Reader, you must give up this halting between two opinions, if ever you mean to enjoy good evidences of your salvation. There must be an alteration in you. There must be a move. There is no real standing still in true Christianity. If God's work is not going forward in a man's heart, the devil's is; and if a man is always at the same point in religion, the probability is that he has got no religion at all. It is not enough to wear Christ's livery; we must also fight Christ's battles. It is not enough to cease to do evil; we must also learn to do well. It will not suffice to do no harm; we must also labor to do good. Oh, tremble, lest you should prove an unprofitable receiver of God's talents—a barren cumberer of the ground, and your end be to be burned. Remember, he that is not with Christ, is against Him.
Reader, I charge you strongly never to rest until you have found out whether you have grace in your heart or not. Wishes, and desires, and good feelings, and convictions, are all excellent things in their way—but they alone will never save you. I like to see buds and blossoms on a tree—but I like better to see ripe fruit. The way-side hearers in the parable listened—but the Word took no root in them—they were not saved. The stony ground hearers listened with joy—but the Word had no depth in them—they were not saved. The thorny ground hearers brought forth something like fruit—but the Word was choked by the world—they were not saved. Do you tremble at the Word? So also did Felix—but he was not saved. Do you like to hear good sermons, and do many things which are right? So also did Herod—but he was not saved. Do you wish to die the death of the righteous? So did Balaam—but he was not saved. Have you knowledge? So had Judas Iscariot—but he was not saved. And shall you be saved as you are? I doubt it. Remember Lot's wife!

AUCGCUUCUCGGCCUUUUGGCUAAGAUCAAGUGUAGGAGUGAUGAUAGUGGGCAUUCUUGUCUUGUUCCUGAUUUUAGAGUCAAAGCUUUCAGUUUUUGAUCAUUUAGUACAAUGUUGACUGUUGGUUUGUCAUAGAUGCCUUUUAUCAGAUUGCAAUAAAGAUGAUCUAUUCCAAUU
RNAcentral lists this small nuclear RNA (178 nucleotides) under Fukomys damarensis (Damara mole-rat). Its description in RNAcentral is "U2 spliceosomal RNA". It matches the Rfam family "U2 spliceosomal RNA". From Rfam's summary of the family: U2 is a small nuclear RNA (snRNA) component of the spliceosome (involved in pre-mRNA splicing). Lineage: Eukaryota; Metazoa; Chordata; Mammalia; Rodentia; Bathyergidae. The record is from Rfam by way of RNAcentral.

Reader, once more I call upon you to take care what you are doing. If you will not stir up yourself to go forward, how should I feel anything but doubt about your soul?
But there are others about whom I stand in doubt, who are in worse case even than the "almost Christians." These are they who once made a high profession of religion—but have now given it up. They were once reckoned to be true believers—but they have turned back again to the world and fallen away. They have gone back from the point of religion they once seemed to have reached. They walked no more in the ways they once seemed to choose. In short, they are BACKSLIDERS.
Reader, is this the state of your soul? If it is, know for a certainty that your condition is most unsatisfactory. It matters little what your past experience was. It proves little that you were once counted among true Christians. It may have been all a mistake and a delusion. It is your present condition of soul that I look at, and as I do so, I stand in doubt.